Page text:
Hebron Cave

A view of Hebron.

The Palestinian Authority (PA) is requesting that UNESCO recognize Hebron’s Cave of the Patriarchs, one of the holiest sites in Judaism, as a Palestinian World Heritage Site.

The PA has asked UNESCO to fast-track the process, claiming the site is in danger of destruction by the “occupying force,” citing Israeli construction at the site as proof.

Since 2011, two sites — Bethlehem’s Church of the Nativity and the ancient terraces of Battir — have been recognized as Palestinian World Heritage Sites.

Hebron and the Cave of the Patriarchs is considered the second-holiest site in Judaism. The cave is said to be the burial place of biblical figures Abraham, Isaac, Jacob, Sarah, Rebecca and Leah. The Wye River Accords gave the Islamic Waqf, a Muslim administrative body, control over most of the Cave of the Patriarchs. As such, Jewish prayer is limited inside, and Jews are only allowed to visit other sections during holidays.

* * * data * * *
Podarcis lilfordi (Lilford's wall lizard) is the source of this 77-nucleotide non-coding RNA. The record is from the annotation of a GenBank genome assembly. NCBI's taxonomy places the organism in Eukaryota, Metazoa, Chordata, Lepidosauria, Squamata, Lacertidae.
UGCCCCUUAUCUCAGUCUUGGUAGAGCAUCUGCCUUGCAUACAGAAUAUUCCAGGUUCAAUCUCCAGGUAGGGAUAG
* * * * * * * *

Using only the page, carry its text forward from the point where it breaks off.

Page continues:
Meanwhile, convincing the 21-country Heritage Committee to reject the Palestinian move will be problematic for Israel, as a number of Arab and Muslim countries are on the committee.

Israel’s Ambassador to UNESCO,

Carmel Shama-Hacohen, slammed the move by the Palestinians.

“This is a clear continuation of the attacks and hallucinatory outrageous votes in UNESCO regarding Jerusalem, the Temple Mount and the Western Wall,” Shama-Hacohen said. “Israel respects Muslim sensibilities and ensures freedom of worship, order, security, routine maintenance and the development of infrastructure supporting the holy sites.” JN